(Guantánamo Bay, Cuba) The U.S. military on Thursday repatriated a prisoner to Algeria who had been held at Guantánamo without charge for more than 20 years, as the Biden administration continues efforts to reduce the number of detainees at the base. naval.

The prisoner, Said bin Brahim bin Umran Bakush, 52, was among about 20 suspected low-level fighters who were arrested by Pakistani security services during a 2002 raid in Faisalabad on homes believed to be as havens for al-Qaeda. The suspected fighters were eventually taken to Guantanamo Bay.

Following his release, there remains in the Pentagon prison in Cuba only one prisoner captured during the raid. The others have been transferred or repatriated.

Lawyers who attempted to speak with Mr. Bakush described him as a reclusive man. He boycotted hearings where his suitability for release was considered and remained mostly in his cell at Camp 6, the prison building where cooperative captives are held and allowed to eat, pray and watch the night. television together.

H. Candace Gorman, a Chicago-based defense attorney who has represented Mr. Bakush for 17 years, said he stopped meeting with her in 2017 or 2018.

Mr. Bakush has never been married and has no children, but he may have extended family in Algeria.

Initially, US forces identified the prisoner as a Libyan named Ali Abdul Razzaq, and that name appeared in documents filed with federal court. But over time, he identified himself as Said bin Brahim bin Umran Bakush and said he was Algerian.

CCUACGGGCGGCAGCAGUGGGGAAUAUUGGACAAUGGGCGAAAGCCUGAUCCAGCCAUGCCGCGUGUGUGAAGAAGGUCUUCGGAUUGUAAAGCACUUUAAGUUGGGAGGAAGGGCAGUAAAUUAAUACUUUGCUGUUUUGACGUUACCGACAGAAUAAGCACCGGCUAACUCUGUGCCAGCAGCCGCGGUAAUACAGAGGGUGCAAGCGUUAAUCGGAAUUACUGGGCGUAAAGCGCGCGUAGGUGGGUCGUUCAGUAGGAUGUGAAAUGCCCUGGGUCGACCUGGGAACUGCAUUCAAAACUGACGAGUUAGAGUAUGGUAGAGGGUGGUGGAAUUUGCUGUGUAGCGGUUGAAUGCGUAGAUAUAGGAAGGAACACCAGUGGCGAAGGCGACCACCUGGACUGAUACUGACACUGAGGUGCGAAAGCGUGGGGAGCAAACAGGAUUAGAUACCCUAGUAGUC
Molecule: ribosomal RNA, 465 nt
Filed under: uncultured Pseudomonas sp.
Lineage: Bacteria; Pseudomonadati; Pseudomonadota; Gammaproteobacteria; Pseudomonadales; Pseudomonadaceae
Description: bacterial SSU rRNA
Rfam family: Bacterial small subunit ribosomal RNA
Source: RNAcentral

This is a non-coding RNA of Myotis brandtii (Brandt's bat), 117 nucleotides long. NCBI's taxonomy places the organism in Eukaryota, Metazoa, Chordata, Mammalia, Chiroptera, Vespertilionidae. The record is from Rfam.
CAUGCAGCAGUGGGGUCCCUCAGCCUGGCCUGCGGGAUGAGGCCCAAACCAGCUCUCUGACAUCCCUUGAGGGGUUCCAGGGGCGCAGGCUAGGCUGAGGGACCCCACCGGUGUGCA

By the time of the 2021 hearing, US intelligence had concluded that he “likely underwent basic and advanced training in Afghanistan and then served as an instructor at an extremist camp prior to his capture.”

A U.S. Army officer representing Bakush’s interests said “he prefers to be alone and spends a lot of time in his cell”, adding that he has little education and aspires to buy a truck and become a driver. -delivery person.

They also argued that as 20 years of detention approached, the US government should be required to prove a detainee’s future dangerousness in a manner more akin to civilian incarceration for psychiatric reasons. The Supreme Court declined to hear the case in 2021.

Mr. Bakush’s repatriation is the sixth transfer made in six months by the Biden administration, which in its statements has described each release as consistent with its goal of “responsibly reducing the inmate population and ultimately shut down the center at Guantanamo Bay”.

Currently, 16 of the 30 men held at Guantánamo are eligible for transfer, but diplomatic negotiations will be more complex than for recent repatriations. They are 11 Yemenis, 1 Libyan and 1 Somali who by law cannot be returned to their country of origin. Negotiations to find countries that could host some of these men date back to the Obama administration.

In addition, the lawyers of a convicted war criminal, Abd al-Hadi al-Iraqi, are looking for a country that could accept him under a plea agreement that would allow him to receive medical treatment. medical. Mr. Hadi, in his 60s, is disabled due to deterioration of his spine and has undergone six back and neck surgeries at Guantanamo Bay since 2017.

Over the years, 780 men and boys have been detained at Guantanamo Bay, whose peak population was around 660 in 2003. All were brought there during the administration of George W. Bush.